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WASHINGTON, D.C. - (Mealey's) A panel of the District of Columbia Circuit U.S. Court of Appeals on June 26 found that rules and findings by the U.S. Environmental Protection Agency that regulate greenhouse gas emissions from cars, light trucks and large, stationary emission producers are neither "arbitrary nor capricious" and are "unambiguously correct"; it also found that various state and industry appellants lack standing to sue the agency (Coalition for Responsible Regulation, Inc., et al. v. Environmental Protection Agency, et al., No. 09-1322, D.C. Cir.).
(Opinion available. Document #08-120713-002Z.)
After the U.S. Supreme Court in 2007 clarified that greenhouse gas is an "air pollutant" subject to regulation under the Clean Air Act (CAA) in Massachusetts v. EPA (549 U.W. 497  [enhanced version available to lexis.com subscribers]), the EPA promulgated a series of greenhouse gas rules. The agency first issued an "Endangerment Finding" in which it found that greenhouse gases may reasonably be anticipated to endanger public health or welfare.
The EPA then issued its "Tailpipe Rule," which set emission standards for cars and light trucks.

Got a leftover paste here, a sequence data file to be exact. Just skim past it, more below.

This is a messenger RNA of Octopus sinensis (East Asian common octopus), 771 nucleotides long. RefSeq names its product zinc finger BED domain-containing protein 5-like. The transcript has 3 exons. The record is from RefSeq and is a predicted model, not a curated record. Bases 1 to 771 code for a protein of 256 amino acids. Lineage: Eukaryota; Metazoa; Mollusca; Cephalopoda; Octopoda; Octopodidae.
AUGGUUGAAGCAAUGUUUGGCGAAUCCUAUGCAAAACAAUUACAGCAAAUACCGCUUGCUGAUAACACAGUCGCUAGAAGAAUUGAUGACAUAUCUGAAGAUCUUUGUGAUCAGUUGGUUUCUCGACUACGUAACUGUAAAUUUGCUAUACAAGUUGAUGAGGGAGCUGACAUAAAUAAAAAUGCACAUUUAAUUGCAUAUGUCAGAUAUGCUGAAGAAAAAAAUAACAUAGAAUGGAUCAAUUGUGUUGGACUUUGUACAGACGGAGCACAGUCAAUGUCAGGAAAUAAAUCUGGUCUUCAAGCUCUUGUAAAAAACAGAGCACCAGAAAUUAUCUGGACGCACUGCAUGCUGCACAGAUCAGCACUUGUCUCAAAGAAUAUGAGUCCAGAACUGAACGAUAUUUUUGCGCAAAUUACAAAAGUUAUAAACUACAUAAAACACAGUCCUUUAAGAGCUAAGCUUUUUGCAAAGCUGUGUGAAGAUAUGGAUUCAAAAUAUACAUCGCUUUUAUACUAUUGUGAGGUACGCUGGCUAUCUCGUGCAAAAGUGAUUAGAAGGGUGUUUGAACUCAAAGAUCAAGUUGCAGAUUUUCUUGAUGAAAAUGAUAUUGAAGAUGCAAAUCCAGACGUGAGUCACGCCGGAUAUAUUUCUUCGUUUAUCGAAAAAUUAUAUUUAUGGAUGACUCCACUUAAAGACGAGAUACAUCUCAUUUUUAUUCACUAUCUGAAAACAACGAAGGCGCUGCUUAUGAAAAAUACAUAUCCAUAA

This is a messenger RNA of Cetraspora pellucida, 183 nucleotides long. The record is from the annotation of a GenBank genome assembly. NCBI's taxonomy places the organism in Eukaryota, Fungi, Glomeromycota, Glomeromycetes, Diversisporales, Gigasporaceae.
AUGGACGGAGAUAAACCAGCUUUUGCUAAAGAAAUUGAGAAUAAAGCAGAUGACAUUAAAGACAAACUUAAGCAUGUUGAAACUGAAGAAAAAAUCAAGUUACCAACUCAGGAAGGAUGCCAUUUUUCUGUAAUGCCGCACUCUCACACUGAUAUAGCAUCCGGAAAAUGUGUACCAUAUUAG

Finally, the agency determined that the CAA required major stationary sources of greenhouse gases to obtain construction and operating permits. To avoid overwhelming burdens on greenhouse gas producers who needed permits, the agency issued Timing and Tailoring Rules that required only the largest stationary sources of greenhouse gases to get permits.
26 Appeals Consolidated
Various state governments and industry groups challenged the rules and findings, arguing that they were based on improper constructions of the CAA and were arbitrary and capricious.
Twenty-six appeals were consolidated by the District of Columbia U.S. Court of Appeals.
In an 82-page per curiam opinion, an appeals court panel found that the Endangerment Finding and Tailpipe Rules are neither arbitrary nor capricious. It also found that the EPA's interpretation of the governing CAA provisions is "unambiguously correct."
Finally, the panel found that none of the petitioners has standing to challenge the Timing and Tailoring Rules and dismissed all appeals for lack of jurisdiction.
The panel consisted of Chief Judge David B. Sentelle and Circuit Judges Judith W. Rogers and David S. Tatel.
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